Why games of skill don’t come under gambling2 min read . Updated: 18 Apr 2016, 11:05 AM IST
Decoding 'game of skill' and 'game of chance'
New Delhi: Do not bet on chance; hone your skills instead. Lessons of life apply to games and gambling in India as well.
Games of chance are banned in most states in India, while games of skill are kosher.
The fine distinction, drawn out previously by Supreme Court, came to the fore yet again on Saturday, when a law that recognizes online games of skill and licenses them took effect in Nagaland.
The Nagaland Act allows a host of online games, including chess, Sudoku, poker, rummy, virtual sports like cricket, football and fantasy sports league games, to be licenced and played. It allows only games of skill. The contours of the law are simple—if it’s an online game of skill, you can apply for a licence and earn revenue from these games. No such luck for a game of chance.
What exactly is a game of skill as against a game of chance? Why is online betting prohibited but online sudoku is alright? Here’s a go-to glossary of terms that could help decode the law:
Game of skill
A game of skill is when the player invests his/her time in learning, practising and honing a skill. The Supreme Court noted that games of skill would be where “success depends principally upon the superior knowledge, training, attention, experience and adroitness of the player". Most games can be a combination of skill and chance, but skill has to be the predominant factor in these games.
Games of skill are outside the purview of gambling, and are not prohibited.
Game of chance
These games depend more on factors like luck and unpredictability of the final outcome of the game. The apex court said that in these cases, the results are “wholly uncertain and doubtful".
Games of chance are considered gambling.
According to a paper published by law firm Nishith Desai Associates, gambling, as per most laws, means “the act of wagering or betting for money or money’s worth".
The Supreme Court excluded betting on horse races and games of skill like rummy from the meaning gambling. It further said that gambling couldn’t be considered trade or business under fundamental rights.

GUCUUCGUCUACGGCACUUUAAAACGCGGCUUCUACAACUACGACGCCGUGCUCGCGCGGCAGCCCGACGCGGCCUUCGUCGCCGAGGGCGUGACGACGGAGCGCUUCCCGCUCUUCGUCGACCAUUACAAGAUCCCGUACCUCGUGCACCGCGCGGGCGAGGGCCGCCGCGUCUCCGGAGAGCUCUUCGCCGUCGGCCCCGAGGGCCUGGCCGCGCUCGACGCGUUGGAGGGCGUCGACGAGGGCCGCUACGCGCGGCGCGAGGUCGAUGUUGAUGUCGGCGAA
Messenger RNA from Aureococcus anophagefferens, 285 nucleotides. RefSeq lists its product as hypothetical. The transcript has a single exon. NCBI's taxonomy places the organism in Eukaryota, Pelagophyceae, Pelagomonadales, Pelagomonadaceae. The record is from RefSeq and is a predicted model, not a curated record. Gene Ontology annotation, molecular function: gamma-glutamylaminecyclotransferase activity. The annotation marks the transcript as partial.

Hosting or managing houses (called “common gaming houses"), where games of chance are played, are offences in most states. This would extend to those who frequent these houses to gamble.
Odisha and Assam have prohibited the act of gaming itself, making the individual liable.
There are three significant decisions of the Supreme Court, which defined the gaming and gambling laws in the country.
In the case of R.M.D. Chamarbaugwala versus Union of India (1957), the apex court said that for games where there was a certain level of skill involved, it wouldn’t be considered gambling.
The case of the State of Andhra Pradesh versus K. Satyanarayana (1968) was significant, as it allowed the establishments (and by extension, websites) to collect a small fee for maintaining and running the same for games of skill, like rummy. This case also said that rummy involved considerable skill and was not a pure game of chance.
In 1996, the apex court ruled that horse racing was a game of skill, and, accordingly not gambling, in the case of K.R. Lakshmanan versus the State of Tamil Nadu.
Last year, the apex court dismissed petitions which dealt with the question of whether online rummy played with stakes could be gambling (for reasons that it was beyond the purview of the case). This ensured that older judgments still held their value as sound precedents.